Embracing Butter

Food

The best pizza in Hamburg

Inside Zweipunktnull in Altona / Ottensen

Inside Zweipunktnull in Altona / Ottensen

It’s no secret that my family and I love to eat. Let me clarify - I love to eat. and not sure by nature or nurture, but somehow I’ve succeeded in passing down my love of all things culinary to my kids. Which makes may heart very happy. My youngest son learned to make authentic Wiener Schnitzel by age 6 or 7 (no joke – they are the real deal – benefits of being with an Austrian!). My middle kid can fry up – thanks to YouTube – a tasty, juicy, burger that rivals restaurants. And my daughter has been baking and decorating beautiful cake creations for quite some time now.

So yes – we enjoy cooking, baking, and mostly eating. I used to joke that food is my love language, but in the meantime, it’s no longer a joke. Food is in fact a way I show and receive love. But let’s talk more about that another day. For now, I want to tell you about the best pizza you can eat in Hamburg. And maybe even the best in Germany. Honestly.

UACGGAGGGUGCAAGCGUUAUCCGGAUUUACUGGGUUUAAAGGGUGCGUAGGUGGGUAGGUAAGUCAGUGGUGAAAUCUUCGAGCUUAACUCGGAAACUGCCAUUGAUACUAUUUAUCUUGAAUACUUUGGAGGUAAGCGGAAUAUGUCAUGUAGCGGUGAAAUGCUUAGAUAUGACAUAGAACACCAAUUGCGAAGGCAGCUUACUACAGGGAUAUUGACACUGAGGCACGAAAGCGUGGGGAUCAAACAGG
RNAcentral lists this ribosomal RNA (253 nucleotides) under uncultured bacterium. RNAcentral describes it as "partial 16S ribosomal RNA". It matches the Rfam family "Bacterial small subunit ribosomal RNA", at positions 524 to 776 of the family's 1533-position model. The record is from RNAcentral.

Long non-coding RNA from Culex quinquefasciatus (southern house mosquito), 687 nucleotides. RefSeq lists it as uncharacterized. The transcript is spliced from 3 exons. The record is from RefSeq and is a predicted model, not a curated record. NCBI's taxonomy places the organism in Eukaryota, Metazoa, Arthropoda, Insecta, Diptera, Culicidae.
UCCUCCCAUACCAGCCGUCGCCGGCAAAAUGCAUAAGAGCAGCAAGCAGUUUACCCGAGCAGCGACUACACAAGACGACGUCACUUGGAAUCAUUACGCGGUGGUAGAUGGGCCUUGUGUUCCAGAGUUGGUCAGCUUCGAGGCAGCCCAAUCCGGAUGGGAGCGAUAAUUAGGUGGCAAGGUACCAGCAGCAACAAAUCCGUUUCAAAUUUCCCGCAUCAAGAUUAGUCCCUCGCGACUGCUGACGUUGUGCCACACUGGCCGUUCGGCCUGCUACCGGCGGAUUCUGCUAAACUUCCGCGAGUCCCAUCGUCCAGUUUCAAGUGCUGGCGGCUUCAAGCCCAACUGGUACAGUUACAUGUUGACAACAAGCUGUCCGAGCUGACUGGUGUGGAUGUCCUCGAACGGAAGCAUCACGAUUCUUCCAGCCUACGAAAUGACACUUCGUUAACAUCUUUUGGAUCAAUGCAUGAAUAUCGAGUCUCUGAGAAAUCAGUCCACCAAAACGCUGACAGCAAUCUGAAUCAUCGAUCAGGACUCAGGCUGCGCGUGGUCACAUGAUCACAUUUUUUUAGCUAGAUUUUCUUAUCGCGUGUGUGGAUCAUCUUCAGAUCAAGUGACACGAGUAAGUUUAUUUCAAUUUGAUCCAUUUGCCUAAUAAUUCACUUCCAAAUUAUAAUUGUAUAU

I’m not a professionally trained chef. I never studied the culinary arts in an official capacity. I have, however, been eating my whole life (which is now four solid decades of experience!). I also started baking cakes, biscuits, and pizza for my very large immediate family at age 10. I have run my own food business though, and I’ve traveled the world and if practical eating experience means anything, then yes – my loads of experience stuffing my face all over the planet means I know good food when I see – and taste it.

The first pizza recipe I wowed people with was from the PBS show Reading Rainbow. It was by no means Italian quality, but it was a tasty homemade pie that everyone enjoyed. That was the only pizza I baked myself for ages, because at some point interest in cake took over, and if it wasn’t sweet, I had no interest in baking it.

Fast forward to last year, when we left Berlin for Hamburg and my Austrian fiancé developed an obsession with all things dough, including pizza. He bought a book called Flour Water Salt Yeast and we discovered that you could make amazing, authentic-as-in-Italy pizza at home.